As John Lauer and a team of supporting authors at Microsoft® made clear in a white paper, “How to Choose the Right Business Intelligence [BI] Technology to Suit Your Style”, “[b]usinesses, in an effort to stay one step ahead, collect large amounts of data ranging from demographics, buyer behavior, and customer loyalty to financial and operational data. Unfortunately the data is useless for decision making, its intended purpose, without a way of organizing and displaying it as meaningful information.” Whether the objective is better project portfolio management, the compilation of useful business key performance indicators (KPIs), balanced scorecards, or executive dashboards, enterprise business aspires to quantify activities into metrics that may be reliably analyzed to summarize present business conditions and, in turn, forecast future conditions.
The important point to chew in in the above quote, as we see it, is Mr. Lauer’s observation that the data is “useless for decision making” as is. Nevertheless, enterprise business continues to maintain a keen interest in working the metrics further to derive some value. The bet that enterprise business is making is that through the process of enhancing the productivity of tasks like “organizing and displaying” the data “as meaningful information” more valuable predictive and assessment observations may be supported by BI activities based upon historical and real-time collected data.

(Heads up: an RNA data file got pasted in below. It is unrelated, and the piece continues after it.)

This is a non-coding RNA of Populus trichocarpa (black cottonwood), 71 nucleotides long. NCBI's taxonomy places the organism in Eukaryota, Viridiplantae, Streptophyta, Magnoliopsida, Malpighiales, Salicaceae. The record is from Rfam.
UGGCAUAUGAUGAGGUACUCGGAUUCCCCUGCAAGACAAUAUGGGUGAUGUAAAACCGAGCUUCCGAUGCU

Microsoft’s SQL Reporting Services 2008 R2 is one of several tools that Microsoft has developed for the BI market. As noted in the Introduction to Mr. Lauer’s white paper, “[a]ll of these tools can be surfaced through the familiar SharePoint Server interface”, which contributes to our interest in this topic. We offer a comprehensive set of video tutorials on Reporting Services using SharePoint 2010 and Report Builder 3.0. This set of tutorials is authored by Bruce Herz an acknowledged industry expert on the topic. The intended audience for this set of tutorials includes SharePoint Administators, developers, SQL Server Administrators, and architects. We also think it makes sense for project managers and business analysts to review this training content as they will gain an understanding of the options for presentation and compilation that are opened through the use of these tools.
We are keen to speak with enterprise businesses with a commitment to high standards for BI activities who are considering the use of SQL Server 2008 R2 within a computing environrment where preferences are for browser based data ccess and, to an extent, manipulation. You may reach us at (630) 786-7026, or Contact Us to further a discussion about our video training content.
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